“Cereals, like milk, are one of the primary entrance points for use of organics,” said Lara Christenson of Spins, a market research group for the natural products industry, “which is pretty closely tied to children — health concerns, keeping pesticides, especially antibiotics, out of the diets of children. These large firms wanted to get a foothold in the natural and organic marketplace. Because of the mind-set of consumers, branding of these products has to be very different than traditional cereals.”

These corporate connections are often kept quiet. “There is frequently a backlash when a big cereal package-goods company buys a natural or organic company,” Christenson said. “I don’t want to say it’s manipulative, but consumers are led to believe these brands are pure, natural or organic brands. It’s very purposely done.”

A little more digging shows that General Mills owns Cascadian Farm; Barbara’s Bakery is owned by Weetabix, the leading British cereal company, which is owned by a private investment firm in England; Mother’s makes it clear that it is owned by Quaker Oats (which is owned by PepsiCo); Health Valley and Arrowhead Mills are owned by Hain Celestial Group, a natural food company traded on the NASDAQ, with H.J. Heinz owning 16 percent of that company.

Whitfill has more examples, and Allison Kilkenny has pictures. Virtuous cereal, virtuous drinks, virtuous snacks, virtuous dairy products – much of what’s on the shelf at your grocery store is made by Big Food (-owned) companies far, far removed from what most of us envision when we think about how virtuous food is (should be) produced.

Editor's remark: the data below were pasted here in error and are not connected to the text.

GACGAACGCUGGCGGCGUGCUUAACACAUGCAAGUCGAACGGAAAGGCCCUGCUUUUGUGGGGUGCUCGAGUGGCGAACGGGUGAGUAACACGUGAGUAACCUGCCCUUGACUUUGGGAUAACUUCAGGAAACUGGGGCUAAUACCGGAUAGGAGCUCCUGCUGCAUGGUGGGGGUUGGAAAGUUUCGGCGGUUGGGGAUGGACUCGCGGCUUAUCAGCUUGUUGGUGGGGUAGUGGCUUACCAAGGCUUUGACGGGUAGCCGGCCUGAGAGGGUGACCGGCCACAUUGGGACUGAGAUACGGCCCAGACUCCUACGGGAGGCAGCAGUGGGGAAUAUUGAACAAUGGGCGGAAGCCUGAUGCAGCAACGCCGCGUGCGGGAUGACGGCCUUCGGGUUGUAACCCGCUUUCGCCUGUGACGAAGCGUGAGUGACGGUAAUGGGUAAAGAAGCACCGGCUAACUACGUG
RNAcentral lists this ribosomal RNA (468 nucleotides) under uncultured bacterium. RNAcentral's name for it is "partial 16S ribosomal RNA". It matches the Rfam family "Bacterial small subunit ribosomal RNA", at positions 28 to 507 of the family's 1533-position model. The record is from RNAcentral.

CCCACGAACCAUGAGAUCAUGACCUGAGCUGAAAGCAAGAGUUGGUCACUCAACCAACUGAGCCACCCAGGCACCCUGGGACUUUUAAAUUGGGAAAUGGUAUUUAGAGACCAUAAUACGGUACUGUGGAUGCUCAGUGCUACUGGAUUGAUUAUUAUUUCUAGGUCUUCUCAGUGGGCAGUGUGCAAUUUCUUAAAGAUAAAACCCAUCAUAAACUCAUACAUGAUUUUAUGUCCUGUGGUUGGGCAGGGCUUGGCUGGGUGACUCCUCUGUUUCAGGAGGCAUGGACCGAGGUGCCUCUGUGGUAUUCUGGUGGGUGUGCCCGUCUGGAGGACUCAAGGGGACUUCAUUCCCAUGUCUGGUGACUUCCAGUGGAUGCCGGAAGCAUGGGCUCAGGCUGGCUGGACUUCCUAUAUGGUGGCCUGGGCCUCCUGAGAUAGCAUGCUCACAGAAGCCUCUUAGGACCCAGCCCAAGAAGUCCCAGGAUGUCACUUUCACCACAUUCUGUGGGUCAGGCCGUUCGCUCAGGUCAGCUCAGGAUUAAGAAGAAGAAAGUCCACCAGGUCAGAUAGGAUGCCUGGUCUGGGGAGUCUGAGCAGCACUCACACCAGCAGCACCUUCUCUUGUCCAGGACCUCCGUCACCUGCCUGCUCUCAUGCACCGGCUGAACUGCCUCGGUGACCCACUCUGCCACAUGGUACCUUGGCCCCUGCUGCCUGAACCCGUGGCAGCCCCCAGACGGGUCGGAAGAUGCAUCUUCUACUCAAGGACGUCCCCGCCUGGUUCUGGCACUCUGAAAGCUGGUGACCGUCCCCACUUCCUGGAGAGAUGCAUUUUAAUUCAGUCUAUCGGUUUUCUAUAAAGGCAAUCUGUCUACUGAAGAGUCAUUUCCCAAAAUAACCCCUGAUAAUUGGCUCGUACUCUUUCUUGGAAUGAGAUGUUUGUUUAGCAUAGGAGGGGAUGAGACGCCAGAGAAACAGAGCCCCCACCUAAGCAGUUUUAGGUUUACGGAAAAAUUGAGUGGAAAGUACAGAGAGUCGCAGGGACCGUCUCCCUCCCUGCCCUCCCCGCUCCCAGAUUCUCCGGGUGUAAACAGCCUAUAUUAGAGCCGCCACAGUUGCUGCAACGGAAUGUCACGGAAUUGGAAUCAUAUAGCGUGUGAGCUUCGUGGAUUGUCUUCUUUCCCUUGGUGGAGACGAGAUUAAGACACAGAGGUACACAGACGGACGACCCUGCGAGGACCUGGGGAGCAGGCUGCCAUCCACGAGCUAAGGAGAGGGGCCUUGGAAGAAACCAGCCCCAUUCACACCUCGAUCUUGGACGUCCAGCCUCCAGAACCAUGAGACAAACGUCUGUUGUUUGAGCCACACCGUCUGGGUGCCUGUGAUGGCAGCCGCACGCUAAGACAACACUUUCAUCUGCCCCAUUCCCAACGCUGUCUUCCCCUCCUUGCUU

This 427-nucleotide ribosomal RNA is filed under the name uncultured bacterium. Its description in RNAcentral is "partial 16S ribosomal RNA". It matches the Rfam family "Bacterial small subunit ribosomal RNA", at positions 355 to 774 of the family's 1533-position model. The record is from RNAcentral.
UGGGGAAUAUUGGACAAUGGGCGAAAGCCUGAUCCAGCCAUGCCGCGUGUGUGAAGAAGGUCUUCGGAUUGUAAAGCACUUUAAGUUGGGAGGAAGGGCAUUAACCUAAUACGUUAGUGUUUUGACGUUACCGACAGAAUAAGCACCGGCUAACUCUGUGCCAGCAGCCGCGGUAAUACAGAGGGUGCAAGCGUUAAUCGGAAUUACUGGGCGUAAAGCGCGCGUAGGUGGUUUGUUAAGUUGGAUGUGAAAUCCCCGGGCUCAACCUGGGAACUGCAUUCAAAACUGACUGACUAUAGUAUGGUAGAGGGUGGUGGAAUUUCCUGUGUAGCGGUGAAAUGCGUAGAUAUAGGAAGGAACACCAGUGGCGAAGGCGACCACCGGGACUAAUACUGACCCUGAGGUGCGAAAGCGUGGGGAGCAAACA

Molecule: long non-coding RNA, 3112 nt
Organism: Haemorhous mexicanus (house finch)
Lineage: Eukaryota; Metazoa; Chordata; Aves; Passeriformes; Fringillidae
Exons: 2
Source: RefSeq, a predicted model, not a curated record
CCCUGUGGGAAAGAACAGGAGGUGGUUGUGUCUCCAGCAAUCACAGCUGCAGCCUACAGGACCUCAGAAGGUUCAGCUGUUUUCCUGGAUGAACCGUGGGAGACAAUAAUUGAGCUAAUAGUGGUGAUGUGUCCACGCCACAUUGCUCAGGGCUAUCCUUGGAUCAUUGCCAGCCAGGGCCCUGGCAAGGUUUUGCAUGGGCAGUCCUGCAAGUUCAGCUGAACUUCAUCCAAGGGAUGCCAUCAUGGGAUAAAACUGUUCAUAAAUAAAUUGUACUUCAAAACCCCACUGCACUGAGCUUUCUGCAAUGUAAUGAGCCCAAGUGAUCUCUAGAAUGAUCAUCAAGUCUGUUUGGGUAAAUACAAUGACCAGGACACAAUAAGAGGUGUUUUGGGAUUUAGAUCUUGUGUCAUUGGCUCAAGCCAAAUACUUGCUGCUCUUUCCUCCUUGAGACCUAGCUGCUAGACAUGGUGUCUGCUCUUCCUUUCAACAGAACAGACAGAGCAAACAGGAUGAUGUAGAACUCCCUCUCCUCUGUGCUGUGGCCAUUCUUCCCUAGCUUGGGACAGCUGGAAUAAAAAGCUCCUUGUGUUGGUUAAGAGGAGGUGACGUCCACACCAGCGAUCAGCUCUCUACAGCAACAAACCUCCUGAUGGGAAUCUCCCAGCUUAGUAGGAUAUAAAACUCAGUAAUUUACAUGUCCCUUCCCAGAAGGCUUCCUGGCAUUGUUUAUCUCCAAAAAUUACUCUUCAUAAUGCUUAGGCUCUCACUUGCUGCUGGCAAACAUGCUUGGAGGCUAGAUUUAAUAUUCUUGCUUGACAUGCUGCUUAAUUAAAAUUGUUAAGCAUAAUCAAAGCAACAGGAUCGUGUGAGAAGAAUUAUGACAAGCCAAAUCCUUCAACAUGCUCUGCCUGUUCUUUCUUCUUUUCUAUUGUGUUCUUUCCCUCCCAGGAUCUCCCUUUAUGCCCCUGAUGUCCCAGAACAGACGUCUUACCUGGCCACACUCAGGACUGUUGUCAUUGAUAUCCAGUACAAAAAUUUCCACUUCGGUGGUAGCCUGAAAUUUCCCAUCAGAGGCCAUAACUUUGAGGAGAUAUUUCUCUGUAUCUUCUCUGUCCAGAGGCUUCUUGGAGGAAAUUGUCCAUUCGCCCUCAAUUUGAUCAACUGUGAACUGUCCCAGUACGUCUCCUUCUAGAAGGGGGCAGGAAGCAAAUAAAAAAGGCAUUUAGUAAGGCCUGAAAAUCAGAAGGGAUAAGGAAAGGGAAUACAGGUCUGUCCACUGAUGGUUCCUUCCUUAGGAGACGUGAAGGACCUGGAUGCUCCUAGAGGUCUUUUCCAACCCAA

So what’s the big deal? Food activists have been telling us that the best way to get the food market to change is to vote with our money, spending more of it on smaller quantities of “good” food. Now we find out that the main channel through which we consume virtuous food – brand-name packaged foods – diverts our monetary votes to the coffers of the same companies we are trying to “punish.” That is not, in itself, the end of the world – or even of food activism. It may still be the case that virtuous food, in its most common forms, is better for us than other offerings from the parent Big Food firms. It may still be the case that corporate warriors such as Mr. Hirshberg will effect real “change from within” in the conglomerates they serve. It may still be the case that we can support virtuous causes by giving our money to one division of Unilever over another. Yet whatever may happen, it is definitely time for food activists to drop the “holy crusade” rhetoric in which organic/local/sustainable is the banner of the good, and “corporate” is the mark of the evil, and never the twain shall meet.


One Response to ““They can stuff their [food] credentials, ’cause it’s them that take the cash””

  1. […] A Grand Mute Proof notes that “virtuous,” healthy, organic food is just as corporate as any other kind. The […]